Noor said many of their teaching activities focus on play-based learning to provide education and at the same time give the children a chance to forget the daily struggles they face in the overcrowded camps. Particular attention is given to children who are mentally challenged.
More than two years since the expulsion of the majority of the Rohingya population from Myanmar, Rohingya are still not being adequately informed or engaged on issues of vital importance to their lives and futures. The government of Myanmar continues to deny citizenship and representation to the few hundred thousand Rohingya still living in Myanmar. The Rohingya there face ongoing, severe human rights abuses, including restrictions on their freedom of movement and access to livelihoods and education. Bangladesh deserves great credit for providing refuge to 1 million Rohingya. With the support of UN agencies, nongovernmental organizations (NGOs), and donor countries, it has led a massive humanitarian response that has saved many lives. Bangladesh also refuses to recognize Rohingya as refugees however and has been increasing restrictions on that population. Moreover, Rohingya voices have been virtually absent from high-level discussions about their possible repatriation to Myanmar or relocation within Bangladesh, as well as decisions about matters of everyday camp life.
Key actors—including the governments of Bangladesh and Myanmar and UN agencies—all have made official statements that the ideal solution to the Rohingya displacement crisis is their repatriation to Myanmar. However, none of the three repatriation agreements that have been signed between these actors formally include the Rohingya or even mention the name Rohingya. Engagement with the Rohingya community has been limited to poorly coordinated, last-minute information campaigns rather than genuine consultations, and have left its people largely uninformed and unprepared for any possible return. The dangers of this approach were clear in two repatriation exercises that led to widespread angst among Rohingya refugees. The first attempt, in particular, resulted in panic, spikes in mental health consultations, and even reported suicide attempts. The second, although better managed to avoid the same levels of panic, still led to extensive anxiety and uncertainty.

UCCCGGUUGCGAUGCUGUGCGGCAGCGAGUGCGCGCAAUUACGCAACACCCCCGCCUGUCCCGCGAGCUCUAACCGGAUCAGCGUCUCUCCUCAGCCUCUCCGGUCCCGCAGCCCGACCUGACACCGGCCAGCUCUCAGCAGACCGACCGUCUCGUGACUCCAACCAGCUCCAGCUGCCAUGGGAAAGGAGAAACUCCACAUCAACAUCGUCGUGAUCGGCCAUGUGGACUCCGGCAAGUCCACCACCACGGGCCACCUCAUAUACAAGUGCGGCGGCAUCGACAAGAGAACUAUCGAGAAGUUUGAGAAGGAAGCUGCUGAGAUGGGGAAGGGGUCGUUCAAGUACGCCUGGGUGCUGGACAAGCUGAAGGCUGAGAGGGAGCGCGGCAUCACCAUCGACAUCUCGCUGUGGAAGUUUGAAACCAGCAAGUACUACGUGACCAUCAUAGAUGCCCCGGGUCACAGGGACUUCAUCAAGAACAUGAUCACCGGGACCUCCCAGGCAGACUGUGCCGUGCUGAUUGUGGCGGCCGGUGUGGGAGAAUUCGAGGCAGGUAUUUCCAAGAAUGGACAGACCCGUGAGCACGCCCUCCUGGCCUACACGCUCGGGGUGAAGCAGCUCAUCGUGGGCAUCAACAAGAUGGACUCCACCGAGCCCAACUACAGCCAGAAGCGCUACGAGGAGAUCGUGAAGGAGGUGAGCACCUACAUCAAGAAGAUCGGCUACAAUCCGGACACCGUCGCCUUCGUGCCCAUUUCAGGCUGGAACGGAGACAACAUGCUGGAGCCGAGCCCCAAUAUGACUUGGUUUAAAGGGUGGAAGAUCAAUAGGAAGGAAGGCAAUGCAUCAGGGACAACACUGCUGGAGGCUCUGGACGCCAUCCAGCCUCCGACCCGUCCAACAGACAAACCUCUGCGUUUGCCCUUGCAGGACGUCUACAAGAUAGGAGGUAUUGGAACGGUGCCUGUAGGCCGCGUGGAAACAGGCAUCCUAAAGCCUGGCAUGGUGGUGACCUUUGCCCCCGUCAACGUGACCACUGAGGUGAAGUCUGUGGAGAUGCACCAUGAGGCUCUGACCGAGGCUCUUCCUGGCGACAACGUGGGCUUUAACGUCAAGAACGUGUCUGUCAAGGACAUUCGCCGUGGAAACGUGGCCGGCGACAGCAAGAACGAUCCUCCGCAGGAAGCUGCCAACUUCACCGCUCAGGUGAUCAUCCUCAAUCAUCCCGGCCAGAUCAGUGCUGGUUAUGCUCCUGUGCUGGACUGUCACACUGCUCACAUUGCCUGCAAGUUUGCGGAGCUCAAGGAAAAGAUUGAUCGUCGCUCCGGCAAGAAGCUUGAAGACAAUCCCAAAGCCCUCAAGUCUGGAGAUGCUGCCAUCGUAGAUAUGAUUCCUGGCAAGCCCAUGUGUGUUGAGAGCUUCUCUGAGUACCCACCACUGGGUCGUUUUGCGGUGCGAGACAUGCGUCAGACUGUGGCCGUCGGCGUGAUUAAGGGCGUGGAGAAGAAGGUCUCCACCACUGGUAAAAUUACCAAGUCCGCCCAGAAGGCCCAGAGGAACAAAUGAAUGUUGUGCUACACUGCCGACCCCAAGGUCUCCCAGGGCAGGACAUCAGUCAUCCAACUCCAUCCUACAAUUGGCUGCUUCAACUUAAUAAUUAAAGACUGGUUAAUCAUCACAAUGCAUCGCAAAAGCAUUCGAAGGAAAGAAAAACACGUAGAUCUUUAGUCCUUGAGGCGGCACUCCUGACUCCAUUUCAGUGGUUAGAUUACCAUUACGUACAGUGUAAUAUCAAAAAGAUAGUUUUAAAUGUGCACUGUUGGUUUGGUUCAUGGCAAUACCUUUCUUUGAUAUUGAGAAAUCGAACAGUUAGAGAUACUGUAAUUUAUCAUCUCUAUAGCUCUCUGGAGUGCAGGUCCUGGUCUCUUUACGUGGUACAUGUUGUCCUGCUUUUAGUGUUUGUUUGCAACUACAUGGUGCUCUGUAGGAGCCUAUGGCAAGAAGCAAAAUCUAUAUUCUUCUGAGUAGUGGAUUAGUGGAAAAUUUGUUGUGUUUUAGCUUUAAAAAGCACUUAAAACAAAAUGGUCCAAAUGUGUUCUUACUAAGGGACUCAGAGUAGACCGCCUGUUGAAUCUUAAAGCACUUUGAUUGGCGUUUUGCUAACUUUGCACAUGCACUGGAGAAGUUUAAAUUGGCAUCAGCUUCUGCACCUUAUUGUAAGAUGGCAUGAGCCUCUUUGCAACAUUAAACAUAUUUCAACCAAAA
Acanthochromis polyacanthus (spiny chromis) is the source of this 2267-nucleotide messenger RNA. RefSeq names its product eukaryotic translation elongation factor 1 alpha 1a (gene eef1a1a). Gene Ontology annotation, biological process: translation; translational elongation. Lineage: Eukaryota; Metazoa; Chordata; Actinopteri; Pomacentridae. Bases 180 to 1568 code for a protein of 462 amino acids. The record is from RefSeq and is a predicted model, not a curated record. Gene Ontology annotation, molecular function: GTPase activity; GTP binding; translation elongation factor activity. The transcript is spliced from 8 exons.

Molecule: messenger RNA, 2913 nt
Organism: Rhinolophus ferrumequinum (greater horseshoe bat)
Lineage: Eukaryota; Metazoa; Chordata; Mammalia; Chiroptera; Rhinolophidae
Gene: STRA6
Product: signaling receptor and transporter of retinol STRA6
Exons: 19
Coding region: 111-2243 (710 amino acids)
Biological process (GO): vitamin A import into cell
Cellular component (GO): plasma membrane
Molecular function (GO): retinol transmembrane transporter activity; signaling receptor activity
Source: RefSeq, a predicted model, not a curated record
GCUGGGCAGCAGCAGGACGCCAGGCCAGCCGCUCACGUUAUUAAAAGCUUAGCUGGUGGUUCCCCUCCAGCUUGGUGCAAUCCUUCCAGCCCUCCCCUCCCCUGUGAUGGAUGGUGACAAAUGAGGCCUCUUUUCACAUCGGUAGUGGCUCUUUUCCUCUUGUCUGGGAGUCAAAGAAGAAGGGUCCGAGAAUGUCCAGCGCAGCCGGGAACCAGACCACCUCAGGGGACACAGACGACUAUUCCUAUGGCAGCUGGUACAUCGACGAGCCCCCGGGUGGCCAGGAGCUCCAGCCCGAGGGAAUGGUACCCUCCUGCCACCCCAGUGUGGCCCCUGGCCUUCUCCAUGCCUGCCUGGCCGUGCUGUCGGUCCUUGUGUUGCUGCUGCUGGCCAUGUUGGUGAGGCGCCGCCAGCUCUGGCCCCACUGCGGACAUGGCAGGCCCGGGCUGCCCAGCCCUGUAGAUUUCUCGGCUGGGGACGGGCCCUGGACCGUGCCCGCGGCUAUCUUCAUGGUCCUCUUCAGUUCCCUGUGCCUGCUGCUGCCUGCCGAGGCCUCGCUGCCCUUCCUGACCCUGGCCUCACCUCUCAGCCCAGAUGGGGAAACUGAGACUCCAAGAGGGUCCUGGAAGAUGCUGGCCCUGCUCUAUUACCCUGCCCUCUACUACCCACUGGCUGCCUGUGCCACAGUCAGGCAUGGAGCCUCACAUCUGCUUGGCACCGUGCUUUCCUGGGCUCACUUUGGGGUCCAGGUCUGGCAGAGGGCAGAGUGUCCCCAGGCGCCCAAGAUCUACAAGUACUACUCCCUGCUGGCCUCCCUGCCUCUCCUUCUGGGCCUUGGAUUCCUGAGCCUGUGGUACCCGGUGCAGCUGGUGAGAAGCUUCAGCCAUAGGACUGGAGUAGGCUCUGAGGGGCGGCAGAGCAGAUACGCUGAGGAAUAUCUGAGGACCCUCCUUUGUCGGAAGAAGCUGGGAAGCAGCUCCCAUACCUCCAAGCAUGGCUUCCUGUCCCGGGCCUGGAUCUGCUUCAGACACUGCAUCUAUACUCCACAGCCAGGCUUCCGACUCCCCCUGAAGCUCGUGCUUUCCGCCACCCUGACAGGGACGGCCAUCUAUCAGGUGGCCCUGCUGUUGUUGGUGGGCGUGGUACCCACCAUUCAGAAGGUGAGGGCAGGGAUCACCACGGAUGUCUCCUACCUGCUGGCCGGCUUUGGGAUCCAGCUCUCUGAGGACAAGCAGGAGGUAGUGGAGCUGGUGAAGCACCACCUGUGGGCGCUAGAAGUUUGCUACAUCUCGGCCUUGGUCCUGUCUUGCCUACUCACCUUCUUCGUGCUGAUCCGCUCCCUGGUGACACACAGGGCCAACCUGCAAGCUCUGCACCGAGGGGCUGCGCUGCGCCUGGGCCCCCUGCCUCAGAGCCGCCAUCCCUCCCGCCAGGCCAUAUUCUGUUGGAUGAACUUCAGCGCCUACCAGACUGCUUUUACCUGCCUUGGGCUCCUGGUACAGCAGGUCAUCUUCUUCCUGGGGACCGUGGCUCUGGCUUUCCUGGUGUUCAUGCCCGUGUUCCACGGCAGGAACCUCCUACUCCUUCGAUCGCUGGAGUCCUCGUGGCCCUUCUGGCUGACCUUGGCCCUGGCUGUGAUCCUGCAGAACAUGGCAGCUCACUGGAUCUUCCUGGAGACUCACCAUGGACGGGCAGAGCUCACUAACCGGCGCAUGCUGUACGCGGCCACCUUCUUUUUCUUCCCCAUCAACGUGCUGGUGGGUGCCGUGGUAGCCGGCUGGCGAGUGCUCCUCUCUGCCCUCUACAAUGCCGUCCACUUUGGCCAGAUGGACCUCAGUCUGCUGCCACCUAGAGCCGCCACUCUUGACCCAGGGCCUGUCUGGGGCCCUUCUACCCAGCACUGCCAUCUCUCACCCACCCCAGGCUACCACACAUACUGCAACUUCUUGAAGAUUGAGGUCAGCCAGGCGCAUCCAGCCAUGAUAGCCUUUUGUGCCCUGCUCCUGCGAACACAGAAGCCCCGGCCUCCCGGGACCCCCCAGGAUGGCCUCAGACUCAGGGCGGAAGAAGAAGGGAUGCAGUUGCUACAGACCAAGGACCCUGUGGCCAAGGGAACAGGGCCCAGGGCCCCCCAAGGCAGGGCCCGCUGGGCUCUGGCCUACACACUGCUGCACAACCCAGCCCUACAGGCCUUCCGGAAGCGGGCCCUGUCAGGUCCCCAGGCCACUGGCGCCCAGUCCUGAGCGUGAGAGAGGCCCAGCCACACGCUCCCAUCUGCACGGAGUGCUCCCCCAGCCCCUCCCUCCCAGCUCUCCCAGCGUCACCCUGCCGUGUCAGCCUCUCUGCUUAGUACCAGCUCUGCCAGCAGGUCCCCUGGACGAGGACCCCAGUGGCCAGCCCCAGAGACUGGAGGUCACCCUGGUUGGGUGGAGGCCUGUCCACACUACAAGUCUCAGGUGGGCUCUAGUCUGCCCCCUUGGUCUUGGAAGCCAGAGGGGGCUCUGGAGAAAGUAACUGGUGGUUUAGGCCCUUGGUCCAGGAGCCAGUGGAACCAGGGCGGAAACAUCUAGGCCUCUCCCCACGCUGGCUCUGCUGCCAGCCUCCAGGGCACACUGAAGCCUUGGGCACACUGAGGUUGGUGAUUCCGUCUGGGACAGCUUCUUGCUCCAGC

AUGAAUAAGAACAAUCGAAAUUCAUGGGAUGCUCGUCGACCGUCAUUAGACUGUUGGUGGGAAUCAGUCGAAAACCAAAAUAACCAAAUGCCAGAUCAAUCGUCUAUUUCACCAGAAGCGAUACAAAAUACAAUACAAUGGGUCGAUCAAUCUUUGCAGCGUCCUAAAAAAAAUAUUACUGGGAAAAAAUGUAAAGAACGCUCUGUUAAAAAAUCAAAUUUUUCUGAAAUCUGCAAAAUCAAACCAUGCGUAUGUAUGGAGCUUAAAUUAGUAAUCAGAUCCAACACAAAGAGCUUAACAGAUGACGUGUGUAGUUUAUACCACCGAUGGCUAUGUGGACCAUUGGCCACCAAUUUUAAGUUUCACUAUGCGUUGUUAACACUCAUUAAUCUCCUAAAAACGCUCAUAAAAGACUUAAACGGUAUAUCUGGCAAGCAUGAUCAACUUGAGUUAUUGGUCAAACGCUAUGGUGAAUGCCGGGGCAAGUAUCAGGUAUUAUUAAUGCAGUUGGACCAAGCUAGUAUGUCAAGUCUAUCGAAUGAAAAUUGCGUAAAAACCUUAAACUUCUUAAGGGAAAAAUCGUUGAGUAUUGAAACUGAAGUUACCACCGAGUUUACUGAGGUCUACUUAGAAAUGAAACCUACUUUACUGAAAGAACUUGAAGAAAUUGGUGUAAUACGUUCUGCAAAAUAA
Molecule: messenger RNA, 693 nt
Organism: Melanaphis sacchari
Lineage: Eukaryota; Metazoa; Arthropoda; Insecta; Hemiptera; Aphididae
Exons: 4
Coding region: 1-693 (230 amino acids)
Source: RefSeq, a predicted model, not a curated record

Similarly, plans by the government of Bangladesh to move 100,000 Rohingya refugees to Bhasan Char, an island in the Bay of Bengal, have created confusion and fear among them. Bangladeshi authorities in the camps have collected and added Rohingya names to relocation lists, reportedly without those individuals’ consent. Rumors abound about what those who do volunteer to relocate might receive for relocating. UN officials and NGO representatives have warned about serious unanswered questions over safety guarantees and the logistical capacity to host refugees on the island. Plans for assessment by a UN technical team have been delayed. Under current circumstances, no transfers should take place. An independent assessment and outreach to the Rohingya community will be essential to ensure that any relocations are truly safe and voluntary.